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V: Fisher’s Stabilization Plan - Ludwig von Mises, On the Manipulation of Money and Credit: Three Treatises on Trade-Cycle Theory 
On the Manipulation of Money and Credit: Three Treatises on Trade-Cycle Theory. Translated and with a Foreword by Bettina Bien Greaves,. Edited by Percy L. Greaves, Jr. (Indianapolis: Liberty Fund, 2011).
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Fisher’s Stabilization Plan
The superiority of the gold standard consists in the fact that the value of gold develops independent of political actions. It is clear that its value is not “stable.” There is not, and never can be, any such thing as stability of value. If, under a “manipulated” monetary standard, it was government’s task to influence the value of money, the question of how this influence was to be exercised would soon become the main issue among political and economic interests. Government would be asked to influence the purchasing power of money so that certain politically powerful groups would be favored by its intervention, at the expense of the rest of the population. Intense political battles would rage over the direction and scope of the edicts affecting monetary policy. At times, steps would be taken in one direction, and at other times in other directions—in response to the momentary balance of political power. The steady, progressive development of the economy would continually experience disturbances from the side of money. The result of the manipulation would be to provide us with a monetary system which would certainly not be any more stable than the gold standard.
If the decision were made to alter the purchasing power of money so that the index number always remained unchanged, the situation would not be any different. We have seen that there are many possible ways, not just one single way, to determine the index number. No single one of these methods can be considered the only correct one. Moreover, each leads to a different conclusion. Each political party would advocate the index method which promised results consistent with its political aims at the time. Since it is not scientifically possible to find one of the many methods objectively right and to reject all others as false, no judge could decide impartially among groups disputing the correct method of calculation.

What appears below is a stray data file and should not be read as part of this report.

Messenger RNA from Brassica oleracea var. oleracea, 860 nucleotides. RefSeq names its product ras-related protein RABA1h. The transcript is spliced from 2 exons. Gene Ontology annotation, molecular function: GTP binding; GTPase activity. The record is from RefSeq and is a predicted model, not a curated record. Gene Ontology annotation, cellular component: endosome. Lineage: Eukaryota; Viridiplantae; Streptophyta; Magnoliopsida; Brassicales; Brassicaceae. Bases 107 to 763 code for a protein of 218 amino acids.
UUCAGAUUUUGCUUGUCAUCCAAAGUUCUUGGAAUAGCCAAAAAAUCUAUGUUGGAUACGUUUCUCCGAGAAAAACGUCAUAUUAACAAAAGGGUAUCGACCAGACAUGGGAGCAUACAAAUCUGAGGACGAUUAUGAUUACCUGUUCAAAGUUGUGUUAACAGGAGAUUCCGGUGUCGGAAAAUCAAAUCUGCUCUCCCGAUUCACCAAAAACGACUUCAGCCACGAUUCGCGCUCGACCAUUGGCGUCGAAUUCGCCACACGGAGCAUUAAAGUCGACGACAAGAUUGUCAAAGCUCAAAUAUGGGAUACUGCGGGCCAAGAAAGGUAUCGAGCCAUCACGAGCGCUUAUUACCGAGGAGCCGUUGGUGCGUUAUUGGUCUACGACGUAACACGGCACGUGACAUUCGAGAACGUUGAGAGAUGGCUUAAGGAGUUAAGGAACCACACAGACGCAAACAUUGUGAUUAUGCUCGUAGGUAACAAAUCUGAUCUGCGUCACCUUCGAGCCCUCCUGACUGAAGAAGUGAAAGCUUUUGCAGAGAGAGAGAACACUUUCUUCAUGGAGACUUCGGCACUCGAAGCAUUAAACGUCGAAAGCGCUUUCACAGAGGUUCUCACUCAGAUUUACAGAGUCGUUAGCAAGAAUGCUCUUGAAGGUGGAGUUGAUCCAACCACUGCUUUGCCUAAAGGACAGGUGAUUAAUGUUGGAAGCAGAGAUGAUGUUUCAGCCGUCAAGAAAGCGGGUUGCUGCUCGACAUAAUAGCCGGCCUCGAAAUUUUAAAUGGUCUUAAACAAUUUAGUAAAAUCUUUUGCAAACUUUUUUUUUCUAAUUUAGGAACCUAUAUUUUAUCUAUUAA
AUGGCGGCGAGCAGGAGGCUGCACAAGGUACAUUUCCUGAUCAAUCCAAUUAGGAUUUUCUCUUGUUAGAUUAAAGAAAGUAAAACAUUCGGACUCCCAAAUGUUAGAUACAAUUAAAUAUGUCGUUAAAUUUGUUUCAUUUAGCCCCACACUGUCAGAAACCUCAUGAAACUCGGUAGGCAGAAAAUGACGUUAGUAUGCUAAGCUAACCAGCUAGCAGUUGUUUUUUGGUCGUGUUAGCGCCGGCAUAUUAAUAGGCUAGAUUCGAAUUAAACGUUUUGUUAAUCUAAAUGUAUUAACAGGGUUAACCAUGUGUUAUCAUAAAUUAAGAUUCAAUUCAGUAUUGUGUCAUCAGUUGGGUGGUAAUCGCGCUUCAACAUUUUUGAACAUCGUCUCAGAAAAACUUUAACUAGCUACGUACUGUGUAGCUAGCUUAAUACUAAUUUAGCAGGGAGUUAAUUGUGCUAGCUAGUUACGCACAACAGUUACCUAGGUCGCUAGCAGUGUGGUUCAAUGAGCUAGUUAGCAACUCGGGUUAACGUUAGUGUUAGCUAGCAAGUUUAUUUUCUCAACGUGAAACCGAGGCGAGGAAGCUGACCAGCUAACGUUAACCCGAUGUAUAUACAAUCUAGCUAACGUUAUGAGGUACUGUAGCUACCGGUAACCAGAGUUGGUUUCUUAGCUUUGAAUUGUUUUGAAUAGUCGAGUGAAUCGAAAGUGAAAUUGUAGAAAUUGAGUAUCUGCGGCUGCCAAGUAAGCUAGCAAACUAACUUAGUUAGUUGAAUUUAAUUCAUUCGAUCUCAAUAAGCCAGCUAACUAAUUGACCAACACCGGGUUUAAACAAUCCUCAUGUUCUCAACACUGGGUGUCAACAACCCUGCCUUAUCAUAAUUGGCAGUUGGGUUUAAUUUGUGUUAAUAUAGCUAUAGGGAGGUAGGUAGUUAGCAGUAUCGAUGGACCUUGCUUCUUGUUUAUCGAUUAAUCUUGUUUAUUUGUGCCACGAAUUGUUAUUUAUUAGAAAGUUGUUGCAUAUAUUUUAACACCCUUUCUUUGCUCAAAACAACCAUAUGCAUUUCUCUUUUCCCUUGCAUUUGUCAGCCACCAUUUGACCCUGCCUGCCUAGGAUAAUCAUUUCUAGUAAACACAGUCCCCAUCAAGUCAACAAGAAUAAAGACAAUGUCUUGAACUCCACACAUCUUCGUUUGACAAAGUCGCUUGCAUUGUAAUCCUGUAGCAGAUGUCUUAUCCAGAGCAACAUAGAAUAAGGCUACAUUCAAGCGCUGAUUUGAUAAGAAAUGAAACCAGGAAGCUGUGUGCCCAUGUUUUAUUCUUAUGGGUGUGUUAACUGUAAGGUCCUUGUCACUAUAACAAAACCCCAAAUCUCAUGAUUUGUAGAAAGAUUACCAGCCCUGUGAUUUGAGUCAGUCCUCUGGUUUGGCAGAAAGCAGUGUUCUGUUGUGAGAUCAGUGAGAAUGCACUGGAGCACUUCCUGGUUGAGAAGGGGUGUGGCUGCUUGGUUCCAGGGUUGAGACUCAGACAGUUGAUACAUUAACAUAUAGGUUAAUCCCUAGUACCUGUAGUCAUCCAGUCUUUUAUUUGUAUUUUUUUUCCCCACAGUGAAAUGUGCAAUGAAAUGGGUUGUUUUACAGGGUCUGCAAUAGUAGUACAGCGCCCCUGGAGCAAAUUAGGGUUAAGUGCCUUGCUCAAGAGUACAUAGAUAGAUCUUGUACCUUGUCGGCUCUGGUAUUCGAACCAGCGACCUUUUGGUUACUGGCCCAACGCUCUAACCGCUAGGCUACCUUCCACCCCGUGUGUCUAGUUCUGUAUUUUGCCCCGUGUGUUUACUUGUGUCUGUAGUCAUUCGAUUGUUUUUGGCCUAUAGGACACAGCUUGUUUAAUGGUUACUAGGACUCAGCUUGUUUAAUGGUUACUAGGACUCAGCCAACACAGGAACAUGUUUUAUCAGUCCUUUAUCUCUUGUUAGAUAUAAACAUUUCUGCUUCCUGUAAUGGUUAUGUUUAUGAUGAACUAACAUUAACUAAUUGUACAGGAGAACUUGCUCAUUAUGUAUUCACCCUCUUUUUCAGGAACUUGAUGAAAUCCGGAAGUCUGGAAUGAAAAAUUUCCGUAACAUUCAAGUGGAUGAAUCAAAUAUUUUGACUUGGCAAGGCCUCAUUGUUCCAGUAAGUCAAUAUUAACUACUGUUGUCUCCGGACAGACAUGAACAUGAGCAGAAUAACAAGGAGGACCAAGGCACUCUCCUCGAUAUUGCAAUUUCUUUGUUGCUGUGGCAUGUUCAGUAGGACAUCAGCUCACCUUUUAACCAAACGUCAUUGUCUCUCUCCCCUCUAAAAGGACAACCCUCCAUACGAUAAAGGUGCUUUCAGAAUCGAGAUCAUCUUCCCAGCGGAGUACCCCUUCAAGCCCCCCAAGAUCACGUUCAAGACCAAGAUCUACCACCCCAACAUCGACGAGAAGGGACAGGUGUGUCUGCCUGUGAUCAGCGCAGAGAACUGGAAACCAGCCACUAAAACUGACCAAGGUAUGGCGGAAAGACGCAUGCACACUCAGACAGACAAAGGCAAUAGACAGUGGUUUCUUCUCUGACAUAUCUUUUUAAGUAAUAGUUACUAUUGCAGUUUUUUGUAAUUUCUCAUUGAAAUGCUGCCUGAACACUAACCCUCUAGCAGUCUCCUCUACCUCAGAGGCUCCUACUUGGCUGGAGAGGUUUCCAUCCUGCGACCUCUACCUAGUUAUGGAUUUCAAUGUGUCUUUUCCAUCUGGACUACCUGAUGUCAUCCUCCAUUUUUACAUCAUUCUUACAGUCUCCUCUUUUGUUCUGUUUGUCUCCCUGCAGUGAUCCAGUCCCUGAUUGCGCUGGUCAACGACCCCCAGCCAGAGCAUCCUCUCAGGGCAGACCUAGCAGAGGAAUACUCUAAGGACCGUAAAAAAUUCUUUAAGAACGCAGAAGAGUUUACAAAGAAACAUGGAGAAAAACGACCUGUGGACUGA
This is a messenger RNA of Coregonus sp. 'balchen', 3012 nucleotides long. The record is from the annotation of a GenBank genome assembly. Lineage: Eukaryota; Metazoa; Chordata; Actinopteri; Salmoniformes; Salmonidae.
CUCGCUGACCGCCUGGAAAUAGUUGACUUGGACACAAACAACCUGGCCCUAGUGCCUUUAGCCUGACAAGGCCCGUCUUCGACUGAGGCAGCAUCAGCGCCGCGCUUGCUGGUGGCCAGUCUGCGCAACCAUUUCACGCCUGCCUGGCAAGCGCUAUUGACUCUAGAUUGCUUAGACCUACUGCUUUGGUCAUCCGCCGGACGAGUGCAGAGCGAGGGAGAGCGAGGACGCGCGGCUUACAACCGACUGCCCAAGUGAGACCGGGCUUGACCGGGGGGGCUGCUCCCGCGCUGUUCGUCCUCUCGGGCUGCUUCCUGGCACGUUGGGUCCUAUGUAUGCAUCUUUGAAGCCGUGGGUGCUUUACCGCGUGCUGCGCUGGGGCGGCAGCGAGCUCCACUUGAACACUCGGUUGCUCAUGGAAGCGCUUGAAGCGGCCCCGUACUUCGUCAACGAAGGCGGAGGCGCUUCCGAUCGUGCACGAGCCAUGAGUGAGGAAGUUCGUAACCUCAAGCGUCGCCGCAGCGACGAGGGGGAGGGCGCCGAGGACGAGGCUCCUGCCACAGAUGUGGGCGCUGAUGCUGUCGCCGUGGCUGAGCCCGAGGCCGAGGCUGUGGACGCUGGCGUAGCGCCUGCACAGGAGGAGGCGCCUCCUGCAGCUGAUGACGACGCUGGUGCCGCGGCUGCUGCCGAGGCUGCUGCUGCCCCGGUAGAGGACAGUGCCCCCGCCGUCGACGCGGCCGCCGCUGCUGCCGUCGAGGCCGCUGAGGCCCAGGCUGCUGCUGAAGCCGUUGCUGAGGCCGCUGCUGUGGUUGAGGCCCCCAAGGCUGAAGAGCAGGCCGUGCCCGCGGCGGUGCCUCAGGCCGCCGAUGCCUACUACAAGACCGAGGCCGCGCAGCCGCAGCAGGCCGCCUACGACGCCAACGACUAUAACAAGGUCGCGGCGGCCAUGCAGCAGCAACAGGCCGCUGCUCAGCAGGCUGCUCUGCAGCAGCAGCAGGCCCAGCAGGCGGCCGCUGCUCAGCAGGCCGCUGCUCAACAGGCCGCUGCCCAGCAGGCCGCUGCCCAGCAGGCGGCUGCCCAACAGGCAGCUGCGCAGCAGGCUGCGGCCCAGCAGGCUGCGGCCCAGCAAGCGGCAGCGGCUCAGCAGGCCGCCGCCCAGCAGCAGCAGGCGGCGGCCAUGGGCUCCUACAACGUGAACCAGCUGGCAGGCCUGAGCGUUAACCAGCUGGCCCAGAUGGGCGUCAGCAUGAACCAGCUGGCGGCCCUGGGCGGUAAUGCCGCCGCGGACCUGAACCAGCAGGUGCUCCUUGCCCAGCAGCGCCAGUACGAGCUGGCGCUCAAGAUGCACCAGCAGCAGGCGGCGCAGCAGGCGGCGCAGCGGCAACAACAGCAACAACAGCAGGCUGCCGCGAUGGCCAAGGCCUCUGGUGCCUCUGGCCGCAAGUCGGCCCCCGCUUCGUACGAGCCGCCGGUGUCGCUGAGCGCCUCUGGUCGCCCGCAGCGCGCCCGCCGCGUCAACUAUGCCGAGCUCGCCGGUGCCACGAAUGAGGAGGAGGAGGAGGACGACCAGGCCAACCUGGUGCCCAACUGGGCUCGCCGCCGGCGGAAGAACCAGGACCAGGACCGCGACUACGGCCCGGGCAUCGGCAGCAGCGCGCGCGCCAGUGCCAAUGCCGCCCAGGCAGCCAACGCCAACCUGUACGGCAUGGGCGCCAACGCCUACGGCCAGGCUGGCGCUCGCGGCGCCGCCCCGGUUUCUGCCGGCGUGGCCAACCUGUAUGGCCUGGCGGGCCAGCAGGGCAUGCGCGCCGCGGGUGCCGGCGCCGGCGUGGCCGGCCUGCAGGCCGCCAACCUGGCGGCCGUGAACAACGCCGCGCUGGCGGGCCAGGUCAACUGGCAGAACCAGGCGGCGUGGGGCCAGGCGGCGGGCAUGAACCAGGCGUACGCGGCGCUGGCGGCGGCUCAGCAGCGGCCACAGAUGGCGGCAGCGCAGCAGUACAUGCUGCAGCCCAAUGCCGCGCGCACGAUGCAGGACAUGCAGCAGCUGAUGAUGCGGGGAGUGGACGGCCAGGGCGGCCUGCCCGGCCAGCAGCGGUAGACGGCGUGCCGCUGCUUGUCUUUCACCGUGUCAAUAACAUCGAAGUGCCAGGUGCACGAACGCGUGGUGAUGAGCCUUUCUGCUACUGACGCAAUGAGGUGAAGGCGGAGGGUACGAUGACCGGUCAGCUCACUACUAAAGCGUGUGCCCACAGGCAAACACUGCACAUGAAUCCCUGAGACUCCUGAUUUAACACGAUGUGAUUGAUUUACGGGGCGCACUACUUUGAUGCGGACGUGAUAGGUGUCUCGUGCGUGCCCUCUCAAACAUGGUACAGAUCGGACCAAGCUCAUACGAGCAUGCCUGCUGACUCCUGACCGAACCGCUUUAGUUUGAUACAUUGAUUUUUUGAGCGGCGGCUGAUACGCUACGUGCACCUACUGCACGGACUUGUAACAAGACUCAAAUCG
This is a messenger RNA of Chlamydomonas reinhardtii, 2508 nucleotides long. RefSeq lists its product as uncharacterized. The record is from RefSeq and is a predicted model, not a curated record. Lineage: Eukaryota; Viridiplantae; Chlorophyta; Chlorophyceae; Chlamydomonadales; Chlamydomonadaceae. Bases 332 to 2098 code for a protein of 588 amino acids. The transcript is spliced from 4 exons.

In addition, however, there is still one more very important consideration. The early proponents of the Quantity Theory believed that changes in the purchasing power of the monetary unit caused by a change in the quantity of money were exactly inversely proportional to one another. According to this Theory, a doubling of the quantity of money would cut the monetary unit’s purchasing power in half. It is to the credit of the more recently developed monetary theory that this version of the Quantity Theory has been proved untenable. An increase in the quantity of money must, to be sure, lead ceteris paribus to a decline in the purchasing power of the monetary unit. Still the extent of this decrease in no way corresponds to the extent of the increase in the quantity of money. No fixed quantitative relationship can be established between the changes in the quantity of money and those of the unit’s purchasing power.1 Hence, every manipulation of the monetary standard will lead to serious difficulties. Political controversies would arise not only over the “need” for a measure, but also over the degree of inflation or restriction, even after agreement had been reached on the purpose the measure was supposed to serve.